Europe was in the grip of its own amnesia when Jean Anouilh wrote his play about a soldier with no memory in 1937. Regarded as the French playwright's first success, Le Voyageur Sans Bagage (The Traveller Without Luggage) stages an existential crisis. Fifteen years after the first world war, Gaston is presented with a past he neither remembers nor wants.
Anthony Weigh has transposed Anouilh's plot to the Hamptons in 1959 - a shift that elegantly enhances the question of escaping oneself. After 14 years in an East Berlin prison hospital, Rory Keenan's Gene is hurled back into (ahem) polite East Coast society. He is, he's told, Jack Fox - probably Captain Jack Fox, by now - and his well-heeled, if snooty, family welcome him home with open arms and pursed smiles. Mrs Fox (Sian Thomas) greets the son she thought dead like a letter returned to its sender.
However, Keenan's innocent is a far-cry from his former shitbag of a self. Jack Fox was a keen hunter, who bullied his dim brother (Trevor Laird) and carried on with his sister-in-law, the vituperative Valerie (Fenella Woolgar). As the Foxes try all manner of aides-memoire, it becomes increasingly obvious that Gene doesn't want to be Jack. He sits in his childhood bedroom, surrounded by his stuffed animal victims, and contemplates the scar on his shoulder that seems to confirm his identity.
As word of a long-lost soldier gets out, however, other families arrive to stake their claim. Almost everybody has lost somebody, and that makes this human goldfish gold-dust, giving Gene/Jack a shot at being somebody else.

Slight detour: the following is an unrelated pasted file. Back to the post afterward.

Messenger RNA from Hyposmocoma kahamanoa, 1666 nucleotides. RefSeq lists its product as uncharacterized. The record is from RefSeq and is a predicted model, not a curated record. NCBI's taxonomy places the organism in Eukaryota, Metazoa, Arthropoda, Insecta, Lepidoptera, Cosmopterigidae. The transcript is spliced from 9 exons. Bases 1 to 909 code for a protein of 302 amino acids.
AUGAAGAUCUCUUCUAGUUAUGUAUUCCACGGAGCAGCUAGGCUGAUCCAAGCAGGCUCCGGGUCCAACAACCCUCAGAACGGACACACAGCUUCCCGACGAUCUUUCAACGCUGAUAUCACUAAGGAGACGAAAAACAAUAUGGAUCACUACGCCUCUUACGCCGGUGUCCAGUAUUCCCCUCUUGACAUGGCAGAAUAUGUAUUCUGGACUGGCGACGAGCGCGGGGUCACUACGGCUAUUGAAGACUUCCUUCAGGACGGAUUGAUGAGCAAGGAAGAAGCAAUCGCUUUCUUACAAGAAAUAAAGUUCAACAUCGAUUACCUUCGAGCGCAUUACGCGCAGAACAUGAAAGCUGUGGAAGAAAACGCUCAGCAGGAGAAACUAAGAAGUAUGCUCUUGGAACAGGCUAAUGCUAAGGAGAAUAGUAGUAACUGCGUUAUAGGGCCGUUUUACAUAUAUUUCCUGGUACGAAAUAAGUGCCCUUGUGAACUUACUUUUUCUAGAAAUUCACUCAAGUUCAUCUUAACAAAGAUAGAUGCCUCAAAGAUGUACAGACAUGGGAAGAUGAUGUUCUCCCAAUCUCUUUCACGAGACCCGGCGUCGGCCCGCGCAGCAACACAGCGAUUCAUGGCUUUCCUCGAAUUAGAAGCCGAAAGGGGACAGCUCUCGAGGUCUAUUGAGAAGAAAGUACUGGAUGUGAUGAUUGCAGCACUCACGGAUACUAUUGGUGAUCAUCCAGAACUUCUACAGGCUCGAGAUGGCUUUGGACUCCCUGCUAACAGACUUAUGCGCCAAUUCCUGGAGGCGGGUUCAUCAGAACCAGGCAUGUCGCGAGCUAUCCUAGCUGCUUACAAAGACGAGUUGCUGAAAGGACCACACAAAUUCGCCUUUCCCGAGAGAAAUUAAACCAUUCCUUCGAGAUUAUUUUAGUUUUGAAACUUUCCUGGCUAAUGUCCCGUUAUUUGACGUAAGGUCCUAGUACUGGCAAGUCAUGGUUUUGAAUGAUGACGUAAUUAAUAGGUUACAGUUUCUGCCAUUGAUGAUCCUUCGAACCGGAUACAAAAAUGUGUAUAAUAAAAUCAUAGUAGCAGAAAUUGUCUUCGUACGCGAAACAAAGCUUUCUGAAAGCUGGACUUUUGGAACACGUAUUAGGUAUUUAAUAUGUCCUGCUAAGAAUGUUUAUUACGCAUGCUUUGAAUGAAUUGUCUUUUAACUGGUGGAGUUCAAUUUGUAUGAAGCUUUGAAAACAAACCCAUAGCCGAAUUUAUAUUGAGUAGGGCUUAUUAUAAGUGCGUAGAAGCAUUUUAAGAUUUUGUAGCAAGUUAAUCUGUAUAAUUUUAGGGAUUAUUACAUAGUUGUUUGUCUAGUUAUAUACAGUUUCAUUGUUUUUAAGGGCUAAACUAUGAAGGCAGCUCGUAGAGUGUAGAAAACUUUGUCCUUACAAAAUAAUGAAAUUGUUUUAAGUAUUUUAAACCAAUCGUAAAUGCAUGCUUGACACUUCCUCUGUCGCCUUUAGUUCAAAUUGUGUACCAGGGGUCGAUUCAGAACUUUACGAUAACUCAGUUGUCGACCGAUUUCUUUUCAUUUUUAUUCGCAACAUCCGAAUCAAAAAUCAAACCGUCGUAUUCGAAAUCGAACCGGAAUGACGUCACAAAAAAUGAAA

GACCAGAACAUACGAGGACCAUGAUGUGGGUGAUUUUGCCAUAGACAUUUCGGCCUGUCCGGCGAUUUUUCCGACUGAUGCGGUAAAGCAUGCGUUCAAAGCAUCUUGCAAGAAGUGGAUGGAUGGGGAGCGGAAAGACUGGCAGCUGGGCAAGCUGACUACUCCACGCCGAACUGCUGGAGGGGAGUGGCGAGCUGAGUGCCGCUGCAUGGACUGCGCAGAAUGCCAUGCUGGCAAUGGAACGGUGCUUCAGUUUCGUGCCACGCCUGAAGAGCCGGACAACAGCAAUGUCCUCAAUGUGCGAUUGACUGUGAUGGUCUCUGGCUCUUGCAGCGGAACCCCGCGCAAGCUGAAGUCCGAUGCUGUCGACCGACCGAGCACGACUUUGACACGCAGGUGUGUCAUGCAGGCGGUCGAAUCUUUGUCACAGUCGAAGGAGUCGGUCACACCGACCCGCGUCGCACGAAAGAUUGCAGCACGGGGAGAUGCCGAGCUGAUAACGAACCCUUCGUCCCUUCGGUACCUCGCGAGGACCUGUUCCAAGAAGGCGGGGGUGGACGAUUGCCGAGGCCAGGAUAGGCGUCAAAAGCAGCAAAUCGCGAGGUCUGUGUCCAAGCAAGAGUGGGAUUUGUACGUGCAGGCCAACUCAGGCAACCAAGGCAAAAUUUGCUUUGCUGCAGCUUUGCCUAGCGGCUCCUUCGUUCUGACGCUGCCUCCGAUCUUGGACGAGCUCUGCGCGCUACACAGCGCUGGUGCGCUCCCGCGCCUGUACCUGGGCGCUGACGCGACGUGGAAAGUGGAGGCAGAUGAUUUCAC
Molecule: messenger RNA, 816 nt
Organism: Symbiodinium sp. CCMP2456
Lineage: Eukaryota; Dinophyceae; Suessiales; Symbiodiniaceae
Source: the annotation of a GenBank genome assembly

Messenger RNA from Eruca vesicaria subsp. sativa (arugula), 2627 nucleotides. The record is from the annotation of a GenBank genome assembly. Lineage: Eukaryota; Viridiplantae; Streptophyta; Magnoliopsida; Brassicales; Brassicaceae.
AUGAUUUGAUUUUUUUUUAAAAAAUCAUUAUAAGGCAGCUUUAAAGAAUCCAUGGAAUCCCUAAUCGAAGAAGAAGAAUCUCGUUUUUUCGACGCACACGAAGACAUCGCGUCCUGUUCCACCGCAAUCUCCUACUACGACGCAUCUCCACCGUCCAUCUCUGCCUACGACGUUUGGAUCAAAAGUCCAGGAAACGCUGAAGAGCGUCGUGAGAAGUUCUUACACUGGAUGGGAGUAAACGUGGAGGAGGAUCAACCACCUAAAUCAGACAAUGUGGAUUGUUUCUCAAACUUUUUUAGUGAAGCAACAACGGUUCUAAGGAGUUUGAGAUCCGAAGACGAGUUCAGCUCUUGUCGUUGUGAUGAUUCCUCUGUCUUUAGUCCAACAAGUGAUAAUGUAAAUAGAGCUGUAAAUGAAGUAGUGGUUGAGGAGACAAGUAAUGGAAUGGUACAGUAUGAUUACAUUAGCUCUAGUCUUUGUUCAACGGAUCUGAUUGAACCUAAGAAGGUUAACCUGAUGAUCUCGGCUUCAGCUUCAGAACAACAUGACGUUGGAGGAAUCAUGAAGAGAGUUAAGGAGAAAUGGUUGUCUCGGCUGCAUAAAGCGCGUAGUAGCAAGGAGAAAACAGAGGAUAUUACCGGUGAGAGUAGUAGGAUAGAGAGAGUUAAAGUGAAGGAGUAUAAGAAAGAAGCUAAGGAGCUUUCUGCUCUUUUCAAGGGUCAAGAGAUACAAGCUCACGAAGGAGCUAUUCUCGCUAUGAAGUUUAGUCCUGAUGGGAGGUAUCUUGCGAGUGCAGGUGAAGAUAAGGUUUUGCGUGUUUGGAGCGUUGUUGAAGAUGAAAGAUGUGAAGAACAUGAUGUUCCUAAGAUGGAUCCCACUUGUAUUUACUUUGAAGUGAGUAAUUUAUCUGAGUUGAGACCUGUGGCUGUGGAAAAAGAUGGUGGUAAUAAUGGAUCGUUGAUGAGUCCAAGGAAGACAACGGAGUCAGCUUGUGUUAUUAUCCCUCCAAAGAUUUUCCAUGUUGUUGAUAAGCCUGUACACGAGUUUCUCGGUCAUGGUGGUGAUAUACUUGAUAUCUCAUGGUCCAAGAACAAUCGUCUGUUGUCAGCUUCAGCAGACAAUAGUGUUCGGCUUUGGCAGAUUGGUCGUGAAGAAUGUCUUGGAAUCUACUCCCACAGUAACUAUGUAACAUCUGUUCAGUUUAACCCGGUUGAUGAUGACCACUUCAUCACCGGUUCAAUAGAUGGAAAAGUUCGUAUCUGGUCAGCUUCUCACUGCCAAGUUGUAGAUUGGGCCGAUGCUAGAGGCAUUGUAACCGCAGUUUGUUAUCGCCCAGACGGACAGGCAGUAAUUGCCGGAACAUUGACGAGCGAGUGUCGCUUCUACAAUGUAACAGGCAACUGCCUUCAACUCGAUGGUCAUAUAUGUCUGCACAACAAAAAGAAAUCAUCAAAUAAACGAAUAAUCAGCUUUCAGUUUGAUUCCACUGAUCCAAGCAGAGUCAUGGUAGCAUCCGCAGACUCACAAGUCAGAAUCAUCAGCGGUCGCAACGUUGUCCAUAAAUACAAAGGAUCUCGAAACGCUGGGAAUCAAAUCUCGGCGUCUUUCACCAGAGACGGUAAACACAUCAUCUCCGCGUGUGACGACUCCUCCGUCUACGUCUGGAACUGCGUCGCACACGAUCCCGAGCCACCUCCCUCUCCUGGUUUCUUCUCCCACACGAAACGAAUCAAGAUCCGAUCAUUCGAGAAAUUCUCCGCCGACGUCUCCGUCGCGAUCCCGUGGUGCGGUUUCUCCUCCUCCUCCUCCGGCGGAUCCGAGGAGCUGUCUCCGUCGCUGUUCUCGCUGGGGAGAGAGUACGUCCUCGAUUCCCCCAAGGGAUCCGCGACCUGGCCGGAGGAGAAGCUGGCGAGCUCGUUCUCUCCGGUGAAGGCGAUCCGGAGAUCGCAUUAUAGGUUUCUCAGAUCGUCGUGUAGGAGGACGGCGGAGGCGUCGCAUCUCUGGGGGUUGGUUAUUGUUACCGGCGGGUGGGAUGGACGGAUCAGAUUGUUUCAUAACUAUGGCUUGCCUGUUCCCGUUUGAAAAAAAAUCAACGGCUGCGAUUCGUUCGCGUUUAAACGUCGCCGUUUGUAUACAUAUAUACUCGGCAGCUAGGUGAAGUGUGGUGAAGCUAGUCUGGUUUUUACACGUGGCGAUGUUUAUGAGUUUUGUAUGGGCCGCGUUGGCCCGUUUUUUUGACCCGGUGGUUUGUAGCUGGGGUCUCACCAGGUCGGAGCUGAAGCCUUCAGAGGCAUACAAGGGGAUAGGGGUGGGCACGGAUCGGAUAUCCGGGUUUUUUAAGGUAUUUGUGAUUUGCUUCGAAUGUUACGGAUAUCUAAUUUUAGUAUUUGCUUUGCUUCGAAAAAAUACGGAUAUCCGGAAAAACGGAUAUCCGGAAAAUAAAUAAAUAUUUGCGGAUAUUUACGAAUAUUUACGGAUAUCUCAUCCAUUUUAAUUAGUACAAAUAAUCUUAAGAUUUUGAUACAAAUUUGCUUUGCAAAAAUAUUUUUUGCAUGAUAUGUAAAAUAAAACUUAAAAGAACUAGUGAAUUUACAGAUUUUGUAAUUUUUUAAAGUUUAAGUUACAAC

Anouilh's play is a witty philosophical teaser about identity, and Weigh keeps us guessing about who Gene really is. Even a scar isn't proof, but the more ardently he denies being Jack, the more his stubbornness seems to confirm it. But Anouilh pushes past the usual conundrums - are we defined by our memories, our actions or our character and so on - to ponder the possibility of personal reform.
Gene, essentially, wants a new life - to throw off his past and start afresh. Weigh's canny setting extends that with ideas of privilege (the Foxes' black servants are a constant presence) and the restricted worldview of American capitalism. How much can any of us really shake off our selves? Anouilh answered in black and white, but Weigh adds shades of gray. As Valerie hammers home, "You can't escape from the whole world."
Weigh has a hoot with the snobbery of Hamptons high society, and Blanche McIntrye's production, with a sea breezy Mark Thompson design, gives it just the right comic gloss. Katherine Kingsley and Danny Webb are a blast as the social-climbing Dufort-Duponts (do not soften that hard t), who throw Jack to the Foxes to raise their own standing. "There is only so much Mah-Jong one can play," she pooh-poohs. Woolgar's on tremendous form as the arch Valerie, and Sian Thomas suggests, right at the end, the human heart beneath Mrs Fox's icy exterior. Their behaviour - so intent on keeping up appearances - serves as proof that identity is, at least in part, a performance.
However, sometimes that performance falls apart - and Weigh's version sidesteps the darker edges of personal disintegration. Keenan lends Gene a boyish insouciance and a bewilderment, and he's never anything less than charming, but with no real danger of breakdown, there's no real danger at all.